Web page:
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Advantages and Disadvantages of Starting a Company in France

Prabhat Nigam

| Updated: May 12, 2022 | Category: Company Registration

Advantages and Disadvantages of Starting a Company in France

Any business who wishes to tap the whole of European market wants to establish his business in European Union is naturally inclined towards opening a company in France because of big market size and easier access to both east and west Europe.

This piece of writing lists down the advantages and disadvantages of doing business in France.  

What are the benefits of doing business in France?  

Following are some of the benefits of starting a company in France:

  1. Simple procedure of starting: France is known to have a simple procedure of starting a company with an average of 7 small steps to start a business which is lower than the average for G20 nations. The time required for starting a company is also very less and can be easily done in a week’s time while average time period to open a company in G20 nations ranges at 22 days. 
  2. Access to the whole European Market: France being one of the founders of the European Union and located at a prime location in Europe makes it attractive destination for making investment. France has an easy access to all of Western and Eastern Europe where goods can be transported easily. France always ranks among the top when it comes to Infrastructure development in terms of quality of roads, ports, railways and other infrastructure.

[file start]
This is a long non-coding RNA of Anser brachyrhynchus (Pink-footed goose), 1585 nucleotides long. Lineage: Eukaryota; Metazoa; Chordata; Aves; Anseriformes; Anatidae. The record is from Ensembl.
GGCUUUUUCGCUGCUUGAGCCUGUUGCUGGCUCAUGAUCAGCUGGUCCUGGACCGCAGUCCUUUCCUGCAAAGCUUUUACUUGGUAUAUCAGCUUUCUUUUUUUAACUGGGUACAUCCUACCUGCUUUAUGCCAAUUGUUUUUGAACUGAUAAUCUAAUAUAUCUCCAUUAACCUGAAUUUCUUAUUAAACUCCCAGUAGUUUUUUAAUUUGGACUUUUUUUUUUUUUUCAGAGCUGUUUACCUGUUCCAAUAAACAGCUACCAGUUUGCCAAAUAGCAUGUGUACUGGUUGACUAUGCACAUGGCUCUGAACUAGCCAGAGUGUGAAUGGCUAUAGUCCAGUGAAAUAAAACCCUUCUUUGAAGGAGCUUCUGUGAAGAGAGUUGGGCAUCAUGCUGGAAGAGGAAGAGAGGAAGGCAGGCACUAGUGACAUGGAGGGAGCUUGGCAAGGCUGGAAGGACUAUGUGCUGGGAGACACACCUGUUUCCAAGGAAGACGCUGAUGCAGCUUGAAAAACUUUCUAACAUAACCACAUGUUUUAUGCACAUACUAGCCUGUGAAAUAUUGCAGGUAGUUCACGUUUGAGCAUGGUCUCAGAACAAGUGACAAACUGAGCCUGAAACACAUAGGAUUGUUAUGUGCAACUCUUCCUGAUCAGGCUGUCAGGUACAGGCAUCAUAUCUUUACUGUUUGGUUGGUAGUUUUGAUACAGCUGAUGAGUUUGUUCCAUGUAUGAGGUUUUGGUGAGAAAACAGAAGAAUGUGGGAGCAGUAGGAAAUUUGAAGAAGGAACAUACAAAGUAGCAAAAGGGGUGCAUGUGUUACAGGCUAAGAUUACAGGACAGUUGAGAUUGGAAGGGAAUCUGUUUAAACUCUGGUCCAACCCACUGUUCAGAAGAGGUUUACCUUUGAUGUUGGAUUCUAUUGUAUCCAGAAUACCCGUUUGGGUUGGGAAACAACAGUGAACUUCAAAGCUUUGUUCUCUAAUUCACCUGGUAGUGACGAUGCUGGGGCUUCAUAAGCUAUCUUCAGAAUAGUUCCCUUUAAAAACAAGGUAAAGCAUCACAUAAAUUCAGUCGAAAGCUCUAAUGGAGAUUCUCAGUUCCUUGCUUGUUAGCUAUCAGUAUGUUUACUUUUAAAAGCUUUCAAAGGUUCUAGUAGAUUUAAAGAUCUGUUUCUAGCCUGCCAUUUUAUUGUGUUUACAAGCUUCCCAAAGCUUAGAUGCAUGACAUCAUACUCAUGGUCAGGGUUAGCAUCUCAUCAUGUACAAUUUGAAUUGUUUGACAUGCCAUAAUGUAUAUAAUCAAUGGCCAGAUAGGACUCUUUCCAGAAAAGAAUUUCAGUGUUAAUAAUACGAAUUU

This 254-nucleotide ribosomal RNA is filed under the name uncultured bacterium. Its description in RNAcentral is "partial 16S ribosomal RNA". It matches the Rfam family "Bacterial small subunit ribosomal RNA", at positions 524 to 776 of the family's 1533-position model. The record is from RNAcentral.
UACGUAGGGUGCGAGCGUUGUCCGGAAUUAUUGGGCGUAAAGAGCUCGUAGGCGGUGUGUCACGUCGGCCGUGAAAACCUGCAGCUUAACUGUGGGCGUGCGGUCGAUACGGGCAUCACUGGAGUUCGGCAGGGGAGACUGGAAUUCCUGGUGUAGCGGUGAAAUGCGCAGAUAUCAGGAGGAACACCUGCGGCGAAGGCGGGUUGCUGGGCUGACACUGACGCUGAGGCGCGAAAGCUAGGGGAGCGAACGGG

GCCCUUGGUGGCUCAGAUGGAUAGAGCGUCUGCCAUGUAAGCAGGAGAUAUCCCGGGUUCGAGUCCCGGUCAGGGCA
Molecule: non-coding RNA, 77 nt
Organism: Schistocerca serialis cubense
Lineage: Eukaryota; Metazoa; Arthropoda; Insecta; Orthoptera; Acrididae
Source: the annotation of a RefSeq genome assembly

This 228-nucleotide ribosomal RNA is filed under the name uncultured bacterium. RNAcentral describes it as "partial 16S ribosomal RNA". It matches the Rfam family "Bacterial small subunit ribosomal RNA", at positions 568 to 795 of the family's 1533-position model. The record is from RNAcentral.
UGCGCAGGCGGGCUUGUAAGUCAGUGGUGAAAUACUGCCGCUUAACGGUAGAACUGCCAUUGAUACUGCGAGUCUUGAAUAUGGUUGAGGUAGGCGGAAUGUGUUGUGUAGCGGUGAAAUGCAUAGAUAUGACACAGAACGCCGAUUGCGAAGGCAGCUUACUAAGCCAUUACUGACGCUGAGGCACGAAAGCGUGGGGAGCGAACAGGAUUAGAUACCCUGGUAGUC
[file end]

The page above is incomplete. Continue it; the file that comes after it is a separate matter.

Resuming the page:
• Big consumer market: France ranks at the second position in terms of biggest consumer market of Europe. Any person who is thinking of starting a company in France must take into account the following figures
  • A total of 65 million people spending worth two trillion Euros every year
  • France boasts to be the world’s largest tourism industry with 83 million visitors coming annually
  • France is the second largest exporter in F&B sector and stands at 4th position in the pharmaceutical sector